F. Flourentzou, S. Pantet
Bibliographic info:
Proceedings of the 34th AIVC - 3rd TightVent - 2nd Cool Roofs' - 1st venticool Conference , 25-26 September, Athens 2013

Heat recovery ventilation became an unavoidable element of a passive or nearly zero energy building in Northern and Central Europe countries. Airtightness standards became very tight so that the building is compatible with this ventilation system. As frosting of heat recovery unit consumes a lot of electrical energy, a buried pipe system to smooth air temperature variations became also a necessary system in order to avoid defrosting. All these systems cost a lot of money and grey energy to get the benefit of 60 to 70% global net heat recovery of ventilation losses and some freshness in the summer. Southern countries, copying energy saving practices from the north, sometimes without a serious critical approach, adopted this practice and some of them even impose it for low energy consumption buildings.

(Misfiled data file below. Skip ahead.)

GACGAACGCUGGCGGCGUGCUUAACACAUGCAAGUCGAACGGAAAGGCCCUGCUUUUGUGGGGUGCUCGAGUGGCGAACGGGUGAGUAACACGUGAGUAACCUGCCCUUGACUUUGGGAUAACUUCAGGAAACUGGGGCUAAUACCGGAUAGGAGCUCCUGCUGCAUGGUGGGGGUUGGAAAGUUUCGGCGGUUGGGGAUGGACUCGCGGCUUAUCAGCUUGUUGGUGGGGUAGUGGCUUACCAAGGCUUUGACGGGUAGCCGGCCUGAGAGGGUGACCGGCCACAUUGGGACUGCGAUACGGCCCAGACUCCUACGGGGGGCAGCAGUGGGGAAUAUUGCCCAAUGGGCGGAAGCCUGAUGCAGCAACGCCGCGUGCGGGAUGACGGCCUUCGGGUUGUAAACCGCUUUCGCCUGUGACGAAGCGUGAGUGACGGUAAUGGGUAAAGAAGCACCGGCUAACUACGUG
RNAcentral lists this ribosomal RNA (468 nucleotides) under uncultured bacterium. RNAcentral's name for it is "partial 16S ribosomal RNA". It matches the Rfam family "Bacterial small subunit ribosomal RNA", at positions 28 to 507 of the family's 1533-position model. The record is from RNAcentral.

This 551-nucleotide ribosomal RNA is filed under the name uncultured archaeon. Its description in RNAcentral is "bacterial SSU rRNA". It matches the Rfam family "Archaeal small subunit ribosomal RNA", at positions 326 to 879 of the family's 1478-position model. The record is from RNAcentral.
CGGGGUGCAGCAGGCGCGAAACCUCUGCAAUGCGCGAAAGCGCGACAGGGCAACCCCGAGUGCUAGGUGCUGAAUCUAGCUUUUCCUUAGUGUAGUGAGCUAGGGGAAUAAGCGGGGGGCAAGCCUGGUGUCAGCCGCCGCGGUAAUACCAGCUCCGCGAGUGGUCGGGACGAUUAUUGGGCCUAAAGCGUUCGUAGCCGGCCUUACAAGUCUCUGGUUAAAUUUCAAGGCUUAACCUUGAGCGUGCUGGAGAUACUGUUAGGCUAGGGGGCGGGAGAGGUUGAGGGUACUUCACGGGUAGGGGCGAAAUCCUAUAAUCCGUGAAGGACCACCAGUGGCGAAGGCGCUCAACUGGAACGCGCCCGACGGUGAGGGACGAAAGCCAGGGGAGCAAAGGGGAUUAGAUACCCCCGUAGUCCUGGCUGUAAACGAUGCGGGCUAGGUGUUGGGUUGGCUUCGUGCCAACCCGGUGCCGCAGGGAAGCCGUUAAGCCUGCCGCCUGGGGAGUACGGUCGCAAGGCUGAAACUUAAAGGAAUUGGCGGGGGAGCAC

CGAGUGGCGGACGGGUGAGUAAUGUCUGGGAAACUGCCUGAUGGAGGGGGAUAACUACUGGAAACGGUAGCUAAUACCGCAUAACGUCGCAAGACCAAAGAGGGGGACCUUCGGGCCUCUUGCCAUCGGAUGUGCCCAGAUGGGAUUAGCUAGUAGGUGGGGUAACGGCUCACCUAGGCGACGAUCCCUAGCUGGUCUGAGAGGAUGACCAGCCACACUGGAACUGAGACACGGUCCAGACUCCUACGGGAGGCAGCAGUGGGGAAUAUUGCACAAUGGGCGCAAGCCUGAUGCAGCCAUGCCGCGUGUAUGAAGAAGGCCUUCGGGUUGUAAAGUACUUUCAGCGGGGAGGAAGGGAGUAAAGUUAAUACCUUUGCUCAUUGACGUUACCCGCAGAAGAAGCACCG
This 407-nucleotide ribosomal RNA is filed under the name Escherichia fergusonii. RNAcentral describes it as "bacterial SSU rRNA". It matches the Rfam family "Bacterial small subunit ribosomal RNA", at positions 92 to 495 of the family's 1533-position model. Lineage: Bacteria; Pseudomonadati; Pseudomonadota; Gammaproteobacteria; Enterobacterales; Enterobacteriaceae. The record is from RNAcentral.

This article presents the results of a life cycle assessment, taking into account all the consumed primary energy of the system, integrating also the grey energy of the machines and ducts. Heat recovery becomes a questionable principle, in climates where temperature differences and heat recovery potential are low. In cases where high-energy performance heat and cooling production, is used like heat pumps of COP higher that 4, the study shows that unfortunately the system consumes more electricity, than the electricity needed to produce the recovered heat or coolness. The study shows also the limited potential of the buried pipe technique compared to natural ventilation.  

The analysis shows that heat recovery in mild climates can be considered as an energy saving measure only where mechanical ventilation is imposed for other reasons (very high external noise pollution, special uses needing high standard controlled ventilation, etc).